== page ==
Democratic Republic of Congo Bosco Ntaganda, the Congolese warlord known as ‘The Terminator’, convicted 18 counts of ranging from war crimes to sexual slavery, received the International Criminal Court’s longest ever sentence of 30 years. The court heard details of gruesome atrocities committed on his orders in Ituri province in 2002 and 2003, especially against children. It has been hailed as a landmark case for international human rights law, with Ntaganda the first person to be convicted for sexual slavery by the ICC.
South Sudan Fears of war in South Sudan between the ruling party and the opposition led to the agreement of a 100-day extension to a deadline scheduled for next week for the formation of a government. Thus far, attempts at formation of a coalition have been marred by tensions and accusations of intransigency on both sides. The US government has threatened sanctions on individuals standing in the way of the implementation of the November 2018 peace agreement.
Asia & Oceania
China In a bid to tackle the growing issue of gaming addiction in China, the government has imposed a video game curfew, as well as restrictions on total daily play time for minors. Under-18s are to be banned from playing video games between 10pm and 8am, and may not play for more than 90 minutes on weekdays. In addition, tight limits are to be imposed on how much ‘real’ money children can spend on in-game currency or perks.
Thailand 15 people were left dead by a terrorist attack in Yala province, south Thailand. The region, an exception in this predominantly Buddhist country, has a Malay-Muslim majority. An insurgency has raged in the region for 15 years as separatists fight against what they perceive as Thai colonisation of their country, while the Thai government attempts to supress a clear threat to security and order.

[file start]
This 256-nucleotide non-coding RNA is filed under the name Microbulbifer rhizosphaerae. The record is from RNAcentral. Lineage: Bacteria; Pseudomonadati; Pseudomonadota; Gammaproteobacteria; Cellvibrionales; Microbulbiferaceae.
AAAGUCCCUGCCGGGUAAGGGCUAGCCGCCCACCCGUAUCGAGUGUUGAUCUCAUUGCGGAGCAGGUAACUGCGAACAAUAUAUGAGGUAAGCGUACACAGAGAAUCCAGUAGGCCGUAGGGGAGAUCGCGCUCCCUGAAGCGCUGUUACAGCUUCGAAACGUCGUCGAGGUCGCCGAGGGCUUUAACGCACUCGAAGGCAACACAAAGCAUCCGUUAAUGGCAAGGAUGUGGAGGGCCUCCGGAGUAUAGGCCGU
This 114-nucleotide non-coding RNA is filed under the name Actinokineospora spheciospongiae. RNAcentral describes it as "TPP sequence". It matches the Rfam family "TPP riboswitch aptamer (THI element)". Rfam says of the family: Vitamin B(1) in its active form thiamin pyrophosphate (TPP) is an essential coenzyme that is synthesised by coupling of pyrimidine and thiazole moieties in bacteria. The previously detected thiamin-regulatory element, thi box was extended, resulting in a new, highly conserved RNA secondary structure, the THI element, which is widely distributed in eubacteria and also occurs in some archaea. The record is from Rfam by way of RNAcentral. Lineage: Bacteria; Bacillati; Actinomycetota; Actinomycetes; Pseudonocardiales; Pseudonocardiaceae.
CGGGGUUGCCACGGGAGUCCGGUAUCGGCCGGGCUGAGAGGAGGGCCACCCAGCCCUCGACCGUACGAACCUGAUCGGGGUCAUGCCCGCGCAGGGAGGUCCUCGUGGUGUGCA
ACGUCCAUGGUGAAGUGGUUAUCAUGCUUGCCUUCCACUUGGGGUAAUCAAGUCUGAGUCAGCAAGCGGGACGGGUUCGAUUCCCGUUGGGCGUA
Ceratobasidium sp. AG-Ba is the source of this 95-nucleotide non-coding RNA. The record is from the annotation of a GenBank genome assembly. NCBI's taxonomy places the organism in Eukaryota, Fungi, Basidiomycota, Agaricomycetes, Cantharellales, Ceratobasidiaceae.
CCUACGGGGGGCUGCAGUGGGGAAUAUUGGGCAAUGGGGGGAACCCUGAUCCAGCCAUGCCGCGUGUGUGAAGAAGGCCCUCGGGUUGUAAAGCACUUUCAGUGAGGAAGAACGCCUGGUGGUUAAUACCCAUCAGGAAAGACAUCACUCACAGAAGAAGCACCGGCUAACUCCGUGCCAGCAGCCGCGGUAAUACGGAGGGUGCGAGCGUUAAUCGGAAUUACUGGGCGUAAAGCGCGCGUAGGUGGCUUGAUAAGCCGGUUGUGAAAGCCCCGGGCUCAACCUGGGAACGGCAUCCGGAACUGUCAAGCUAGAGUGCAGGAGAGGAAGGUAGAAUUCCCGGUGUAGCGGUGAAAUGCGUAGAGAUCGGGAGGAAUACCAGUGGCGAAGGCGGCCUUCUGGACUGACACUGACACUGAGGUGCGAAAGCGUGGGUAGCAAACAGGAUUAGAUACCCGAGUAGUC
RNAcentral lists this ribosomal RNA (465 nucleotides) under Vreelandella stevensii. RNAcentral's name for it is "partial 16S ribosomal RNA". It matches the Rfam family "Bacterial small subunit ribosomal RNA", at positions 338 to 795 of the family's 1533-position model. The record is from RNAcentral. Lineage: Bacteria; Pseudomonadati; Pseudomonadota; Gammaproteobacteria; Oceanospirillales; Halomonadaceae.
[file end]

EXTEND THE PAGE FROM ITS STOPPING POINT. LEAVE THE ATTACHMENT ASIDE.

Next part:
Brazil A landmark ruling in the supreme court could pave the way for the release of Luiz Inacio Lula da Silva, a formed president tried as a result of the ‘car wash’ investigations into corruption. The court ruled that the accused should only be imprisoned once all possible appeals have been exhausted; a spokesperson for Bolsonaro’s government expressed total disdain for the decision which will lead to the release of many recently jailed for corruption.
France President Macron, in an interview with The Economist, expressed a concern that NATO was ‘experiencing brain death’ because due to poor coordination and the unpredictability of Trump’s White House. He expressed doubts as to the strength of the Article 5 collective defence commitment, and the estrangement of Turkey, which invaded northern Syria last month, and, most critically, the US. Chancellor Merkel and Secretary Pompeo both dismissed his criticisms and affirmed the importance of NATO to collective security.
Middle East and South Asia
Iran As a response to American unilateral withdrawal from the nuclear agreement and Europe’s inability to compensate Iran for American sanctions, Tehran began once more to enrich its own uranium, sparking concerns from the international community. Spokespeople from the Iranian government state that the move is to decrease their commitments so as to salvage what remains of the nuclear deal.